Mediation involves a neutral third party, the mediator, who assists in a negotiation between the parties to help settle a case. The mediator cannot give legal advice and cannot advocate for one party’s interests. If a party is represented, the lawyer may or may not be present at the mediation sessions. The lawyer who assists a party in mediation will normally represent the party in any related court proceedings. If the lawyer is not present then you can consult with him or her between mediation sessions, but normally not during the session. Once there is an agreement, the mediator prepares a draft of the settlement. Both parties and their lawyers are permitted to review the draft.
Collaborative law provides a different approach to reach a settlement. During the collaborative law process, the lawyers for both parties are present during the negotiations. The lawyers, who have training similar to mediators, work with their clients and one another to assure a productive and respectful negotiation. When there is an agreement, a document is drafted by the lawyers and then reviewed by the parties until everyone is satisfied.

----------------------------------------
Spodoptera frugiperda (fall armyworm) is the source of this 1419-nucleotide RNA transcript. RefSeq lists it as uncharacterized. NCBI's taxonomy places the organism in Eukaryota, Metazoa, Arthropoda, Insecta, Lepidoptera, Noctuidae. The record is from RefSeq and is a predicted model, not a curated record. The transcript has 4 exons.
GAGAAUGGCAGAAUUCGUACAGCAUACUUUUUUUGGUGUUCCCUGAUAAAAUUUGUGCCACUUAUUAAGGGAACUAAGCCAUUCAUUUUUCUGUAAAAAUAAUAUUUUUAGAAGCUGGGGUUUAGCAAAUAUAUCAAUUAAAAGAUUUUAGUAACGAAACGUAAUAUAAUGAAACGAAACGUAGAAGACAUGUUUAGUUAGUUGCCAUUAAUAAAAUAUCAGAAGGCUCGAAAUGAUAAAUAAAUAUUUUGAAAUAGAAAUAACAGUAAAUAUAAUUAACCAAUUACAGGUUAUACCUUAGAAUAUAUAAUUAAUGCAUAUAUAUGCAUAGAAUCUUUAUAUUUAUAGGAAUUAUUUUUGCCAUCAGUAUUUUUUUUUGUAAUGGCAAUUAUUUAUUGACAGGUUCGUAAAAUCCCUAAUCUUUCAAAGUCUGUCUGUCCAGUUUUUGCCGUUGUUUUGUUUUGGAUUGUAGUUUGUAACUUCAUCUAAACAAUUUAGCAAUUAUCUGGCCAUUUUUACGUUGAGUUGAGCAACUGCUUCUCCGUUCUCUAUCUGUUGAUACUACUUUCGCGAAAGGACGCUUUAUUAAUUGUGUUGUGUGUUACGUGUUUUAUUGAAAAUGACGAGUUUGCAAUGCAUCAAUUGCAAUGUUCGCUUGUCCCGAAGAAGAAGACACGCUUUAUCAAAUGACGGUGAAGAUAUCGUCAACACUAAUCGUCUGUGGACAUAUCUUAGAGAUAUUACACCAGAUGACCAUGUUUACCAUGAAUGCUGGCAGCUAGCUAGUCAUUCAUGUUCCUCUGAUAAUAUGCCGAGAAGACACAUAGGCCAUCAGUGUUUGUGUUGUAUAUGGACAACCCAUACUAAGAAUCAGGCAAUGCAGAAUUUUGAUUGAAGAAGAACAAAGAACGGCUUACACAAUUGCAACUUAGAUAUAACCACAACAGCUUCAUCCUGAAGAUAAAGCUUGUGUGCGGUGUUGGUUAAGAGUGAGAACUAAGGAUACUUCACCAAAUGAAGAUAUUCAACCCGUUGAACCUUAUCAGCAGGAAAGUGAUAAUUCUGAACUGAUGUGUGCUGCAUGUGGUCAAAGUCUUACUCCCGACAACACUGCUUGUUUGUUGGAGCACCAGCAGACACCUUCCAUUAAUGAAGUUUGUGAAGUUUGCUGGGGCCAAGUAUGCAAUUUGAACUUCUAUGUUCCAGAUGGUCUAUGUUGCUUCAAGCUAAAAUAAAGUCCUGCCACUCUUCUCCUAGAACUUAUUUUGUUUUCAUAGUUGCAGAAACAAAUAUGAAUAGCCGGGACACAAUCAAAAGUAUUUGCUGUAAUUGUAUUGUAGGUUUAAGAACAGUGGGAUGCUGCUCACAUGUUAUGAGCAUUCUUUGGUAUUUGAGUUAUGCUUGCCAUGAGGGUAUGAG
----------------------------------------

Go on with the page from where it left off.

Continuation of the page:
Unlike mediation, the collaborative law process cannot be court ordered. Rather, parties and their lawyers will generally agree to follow this process in the early stages of resolving a family law issue. However, if litigation has already begun, it is still possible to take advantage of the collaborative law process. The process can be started by signing a participation agreement. Then the parties will notify the court. The court will suspend the related court proceedings until it receives notice that the dispute was successfully resolved or terminated by other means.
Once a lawyer agrees to represent a party in the collaborative law process, the lawyer is disqualified from representing the party in court proceedings involving the same issues. He or she becomes dedicated to resolving the issues through cooperative negotiations, rather than adversarial means. However, if the collaborative law process does not lead to a settlement, this lawyer will not be permitted to represent the party in future litigation involving the same issues. This is not a concern during mediation.